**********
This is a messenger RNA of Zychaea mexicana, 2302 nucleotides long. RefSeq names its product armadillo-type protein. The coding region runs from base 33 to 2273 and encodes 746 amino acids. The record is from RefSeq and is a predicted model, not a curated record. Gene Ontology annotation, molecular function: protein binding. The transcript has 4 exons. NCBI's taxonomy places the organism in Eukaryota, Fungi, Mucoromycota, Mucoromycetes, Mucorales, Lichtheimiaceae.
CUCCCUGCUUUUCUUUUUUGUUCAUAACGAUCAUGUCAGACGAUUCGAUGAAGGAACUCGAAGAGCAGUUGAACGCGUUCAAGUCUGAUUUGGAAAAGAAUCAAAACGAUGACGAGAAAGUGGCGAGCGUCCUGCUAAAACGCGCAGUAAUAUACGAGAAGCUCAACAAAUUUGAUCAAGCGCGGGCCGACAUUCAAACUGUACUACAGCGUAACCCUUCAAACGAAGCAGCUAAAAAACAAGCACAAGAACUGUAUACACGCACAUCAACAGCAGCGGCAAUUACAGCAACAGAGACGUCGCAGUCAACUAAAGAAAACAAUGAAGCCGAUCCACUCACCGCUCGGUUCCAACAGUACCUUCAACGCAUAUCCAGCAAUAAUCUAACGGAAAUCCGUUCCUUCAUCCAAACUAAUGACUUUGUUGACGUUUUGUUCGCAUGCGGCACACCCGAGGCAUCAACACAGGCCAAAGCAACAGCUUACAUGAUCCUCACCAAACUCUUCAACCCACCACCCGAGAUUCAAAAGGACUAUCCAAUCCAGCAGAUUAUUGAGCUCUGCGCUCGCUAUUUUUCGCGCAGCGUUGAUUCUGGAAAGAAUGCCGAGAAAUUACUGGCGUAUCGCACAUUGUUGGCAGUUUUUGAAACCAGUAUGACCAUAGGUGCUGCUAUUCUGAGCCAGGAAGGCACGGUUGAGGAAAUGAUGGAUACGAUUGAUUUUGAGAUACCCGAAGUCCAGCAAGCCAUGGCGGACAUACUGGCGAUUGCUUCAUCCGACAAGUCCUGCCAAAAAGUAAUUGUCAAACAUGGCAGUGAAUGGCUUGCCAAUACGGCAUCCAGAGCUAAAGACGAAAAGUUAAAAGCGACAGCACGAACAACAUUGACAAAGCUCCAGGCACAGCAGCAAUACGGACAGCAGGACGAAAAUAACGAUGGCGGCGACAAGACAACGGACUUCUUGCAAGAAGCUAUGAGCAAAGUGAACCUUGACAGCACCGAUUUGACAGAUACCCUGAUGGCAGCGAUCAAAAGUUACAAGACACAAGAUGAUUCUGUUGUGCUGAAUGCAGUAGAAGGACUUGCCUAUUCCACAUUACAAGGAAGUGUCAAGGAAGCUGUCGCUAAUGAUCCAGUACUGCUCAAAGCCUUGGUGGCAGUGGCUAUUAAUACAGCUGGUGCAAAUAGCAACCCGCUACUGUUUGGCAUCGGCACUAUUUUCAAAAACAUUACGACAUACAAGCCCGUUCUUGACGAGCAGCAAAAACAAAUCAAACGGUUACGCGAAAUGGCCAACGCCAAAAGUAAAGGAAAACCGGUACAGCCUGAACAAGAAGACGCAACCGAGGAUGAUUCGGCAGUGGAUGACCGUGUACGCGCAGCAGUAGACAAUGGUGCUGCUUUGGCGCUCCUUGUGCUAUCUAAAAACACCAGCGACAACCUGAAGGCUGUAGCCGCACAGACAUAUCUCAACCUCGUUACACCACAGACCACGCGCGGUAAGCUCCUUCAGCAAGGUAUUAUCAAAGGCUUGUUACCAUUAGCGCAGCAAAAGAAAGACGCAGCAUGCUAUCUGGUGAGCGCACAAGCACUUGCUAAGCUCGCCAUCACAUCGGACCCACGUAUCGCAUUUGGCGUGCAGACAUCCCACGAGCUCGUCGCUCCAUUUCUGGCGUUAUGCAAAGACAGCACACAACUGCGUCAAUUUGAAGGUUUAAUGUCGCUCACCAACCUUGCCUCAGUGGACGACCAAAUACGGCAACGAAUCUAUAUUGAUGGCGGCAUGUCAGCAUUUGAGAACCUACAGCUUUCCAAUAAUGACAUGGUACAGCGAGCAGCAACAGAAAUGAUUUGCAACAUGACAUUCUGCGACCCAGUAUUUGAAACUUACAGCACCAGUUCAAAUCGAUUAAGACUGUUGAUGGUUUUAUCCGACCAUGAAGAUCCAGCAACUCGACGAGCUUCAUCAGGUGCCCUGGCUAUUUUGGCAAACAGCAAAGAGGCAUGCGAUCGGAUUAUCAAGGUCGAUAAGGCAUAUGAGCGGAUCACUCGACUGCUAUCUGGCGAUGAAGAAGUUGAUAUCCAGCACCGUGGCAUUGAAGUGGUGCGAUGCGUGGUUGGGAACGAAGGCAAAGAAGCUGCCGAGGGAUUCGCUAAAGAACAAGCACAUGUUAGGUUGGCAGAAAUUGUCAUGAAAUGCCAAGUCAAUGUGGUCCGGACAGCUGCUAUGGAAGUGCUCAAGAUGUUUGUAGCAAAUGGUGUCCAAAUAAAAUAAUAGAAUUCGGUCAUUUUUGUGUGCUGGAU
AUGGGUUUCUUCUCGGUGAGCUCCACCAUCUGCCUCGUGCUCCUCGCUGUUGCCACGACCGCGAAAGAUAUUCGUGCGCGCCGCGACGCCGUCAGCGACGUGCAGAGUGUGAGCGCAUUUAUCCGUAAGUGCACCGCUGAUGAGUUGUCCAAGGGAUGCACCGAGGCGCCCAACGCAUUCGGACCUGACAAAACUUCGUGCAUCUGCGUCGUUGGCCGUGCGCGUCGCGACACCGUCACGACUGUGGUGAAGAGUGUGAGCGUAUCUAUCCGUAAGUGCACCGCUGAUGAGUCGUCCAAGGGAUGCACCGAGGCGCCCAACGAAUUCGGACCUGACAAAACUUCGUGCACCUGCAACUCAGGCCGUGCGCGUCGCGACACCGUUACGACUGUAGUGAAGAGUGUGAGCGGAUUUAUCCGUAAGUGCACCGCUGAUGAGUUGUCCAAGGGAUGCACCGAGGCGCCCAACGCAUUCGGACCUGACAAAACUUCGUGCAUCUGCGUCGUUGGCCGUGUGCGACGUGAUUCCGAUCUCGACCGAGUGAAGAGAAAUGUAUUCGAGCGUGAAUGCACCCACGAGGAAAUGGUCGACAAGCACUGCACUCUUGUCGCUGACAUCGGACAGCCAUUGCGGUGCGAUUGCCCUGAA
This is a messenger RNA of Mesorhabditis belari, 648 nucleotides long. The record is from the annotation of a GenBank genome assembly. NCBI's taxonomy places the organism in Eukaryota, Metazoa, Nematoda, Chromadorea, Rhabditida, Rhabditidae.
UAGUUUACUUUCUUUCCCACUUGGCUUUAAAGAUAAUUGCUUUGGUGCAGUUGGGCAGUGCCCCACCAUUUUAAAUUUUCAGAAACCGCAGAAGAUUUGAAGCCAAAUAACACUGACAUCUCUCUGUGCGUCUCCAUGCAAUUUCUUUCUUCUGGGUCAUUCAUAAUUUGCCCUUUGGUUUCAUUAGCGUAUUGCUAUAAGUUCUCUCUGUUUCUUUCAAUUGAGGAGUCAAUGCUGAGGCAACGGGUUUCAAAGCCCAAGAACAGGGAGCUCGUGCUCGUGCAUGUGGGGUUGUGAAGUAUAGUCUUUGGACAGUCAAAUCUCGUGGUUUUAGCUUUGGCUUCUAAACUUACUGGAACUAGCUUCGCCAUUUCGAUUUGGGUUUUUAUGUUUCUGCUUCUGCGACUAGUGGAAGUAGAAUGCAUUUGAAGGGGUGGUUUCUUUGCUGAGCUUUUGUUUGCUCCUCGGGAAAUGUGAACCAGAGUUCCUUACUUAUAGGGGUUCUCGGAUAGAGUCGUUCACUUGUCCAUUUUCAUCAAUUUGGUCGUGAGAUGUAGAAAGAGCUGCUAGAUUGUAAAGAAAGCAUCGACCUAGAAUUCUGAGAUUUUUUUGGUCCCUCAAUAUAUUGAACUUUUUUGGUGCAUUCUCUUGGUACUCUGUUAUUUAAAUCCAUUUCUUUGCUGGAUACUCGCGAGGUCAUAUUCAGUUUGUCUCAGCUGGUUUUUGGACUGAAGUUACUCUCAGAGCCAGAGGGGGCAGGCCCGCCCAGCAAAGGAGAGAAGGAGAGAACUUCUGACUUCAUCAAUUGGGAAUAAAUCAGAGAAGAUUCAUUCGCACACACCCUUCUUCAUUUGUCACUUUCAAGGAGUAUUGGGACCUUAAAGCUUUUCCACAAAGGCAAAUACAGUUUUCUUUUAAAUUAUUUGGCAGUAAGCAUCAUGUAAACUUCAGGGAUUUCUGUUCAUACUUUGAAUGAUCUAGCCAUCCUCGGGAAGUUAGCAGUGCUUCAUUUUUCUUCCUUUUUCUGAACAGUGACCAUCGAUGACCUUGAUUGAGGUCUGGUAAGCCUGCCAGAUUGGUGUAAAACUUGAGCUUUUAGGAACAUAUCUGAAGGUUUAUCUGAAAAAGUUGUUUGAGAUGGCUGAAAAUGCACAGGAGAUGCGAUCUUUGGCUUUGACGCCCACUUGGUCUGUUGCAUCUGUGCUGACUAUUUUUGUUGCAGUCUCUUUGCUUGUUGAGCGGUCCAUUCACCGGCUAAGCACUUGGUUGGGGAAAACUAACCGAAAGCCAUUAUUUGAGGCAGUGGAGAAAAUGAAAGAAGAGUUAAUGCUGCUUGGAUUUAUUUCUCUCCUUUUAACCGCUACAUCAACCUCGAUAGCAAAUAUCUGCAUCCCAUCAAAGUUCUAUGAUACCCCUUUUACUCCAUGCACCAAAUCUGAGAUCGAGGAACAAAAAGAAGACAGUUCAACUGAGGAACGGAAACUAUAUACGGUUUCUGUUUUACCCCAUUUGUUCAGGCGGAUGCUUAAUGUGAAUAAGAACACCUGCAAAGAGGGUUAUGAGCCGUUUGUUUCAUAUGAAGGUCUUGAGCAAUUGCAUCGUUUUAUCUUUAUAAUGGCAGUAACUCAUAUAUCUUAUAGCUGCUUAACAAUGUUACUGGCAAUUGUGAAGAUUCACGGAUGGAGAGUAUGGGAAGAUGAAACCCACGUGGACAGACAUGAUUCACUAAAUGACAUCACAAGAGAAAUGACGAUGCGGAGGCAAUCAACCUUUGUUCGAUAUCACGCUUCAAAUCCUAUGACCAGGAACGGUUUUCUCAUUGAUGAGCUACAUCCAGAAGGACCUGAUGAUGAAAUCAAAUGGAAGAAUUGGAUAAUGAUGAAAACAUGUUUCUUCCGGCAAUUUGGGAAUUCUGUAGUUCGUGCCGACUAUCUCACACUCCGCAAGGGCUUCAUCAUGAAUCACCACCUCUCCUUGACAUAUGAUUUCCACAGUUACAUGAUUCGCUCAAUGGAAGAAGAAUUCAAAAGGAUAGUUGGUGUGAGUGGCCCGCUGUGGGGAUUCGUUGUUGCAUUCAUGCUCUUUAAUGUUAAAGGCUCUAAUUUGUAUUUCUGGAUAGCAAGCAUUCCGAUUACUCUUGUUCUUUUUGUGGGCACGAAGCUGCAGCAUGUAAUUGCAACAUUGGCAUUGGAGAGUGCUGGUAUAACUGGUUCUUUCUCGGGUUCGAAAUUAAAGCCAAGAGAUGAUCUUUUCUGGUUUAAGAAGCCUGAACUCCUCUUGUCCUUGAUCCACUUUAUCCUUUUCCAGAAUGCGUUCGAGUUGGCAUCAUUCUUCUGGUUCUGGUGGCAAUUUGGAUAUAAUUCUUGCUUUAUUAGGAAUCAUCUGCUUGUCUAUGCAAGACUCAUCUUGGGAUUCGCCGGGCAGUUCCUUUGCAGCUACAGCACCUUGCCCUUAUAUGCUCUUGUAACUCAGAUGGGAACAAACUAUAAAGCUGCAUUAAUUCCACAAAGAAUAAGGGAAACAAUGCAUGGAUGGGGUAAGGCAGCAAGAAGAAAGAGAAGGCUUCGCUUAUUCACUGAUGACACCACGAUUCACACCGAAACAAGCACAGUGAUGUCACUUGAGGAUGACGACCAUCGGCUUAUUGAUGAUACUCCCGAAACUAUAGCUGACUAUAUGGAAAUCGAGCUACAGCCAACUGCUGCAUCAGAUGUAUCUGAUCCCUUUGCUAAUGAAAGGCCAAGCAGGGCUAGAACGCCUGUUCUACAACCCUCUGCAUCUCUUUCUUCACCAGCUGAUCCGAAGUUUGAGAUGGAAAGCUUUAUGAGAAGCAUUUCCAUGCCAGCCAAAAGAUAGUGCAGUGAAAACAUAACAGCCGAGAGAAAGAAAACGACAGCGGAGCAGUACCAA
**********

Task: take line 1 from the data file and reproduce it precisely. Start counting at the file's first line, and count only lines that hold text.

This is a messenger RNA of Zychaea mexicana, 2302 nucleotides long. RefSeq names its product armadillo-type protein. The coding region runs from base 33 to 2273 and encodes 746 amino acids. The record is from RefSeq and is a predicted model, not a curated record. Gene Ontology annotation, molecular function: protein binding. The transcript has 4 exons. NCBI's taxonomy places the organism in Eukaryota, Fungi, Mucoromycota, Mucoromycetes, Mucorales, Lichtheimiaceae.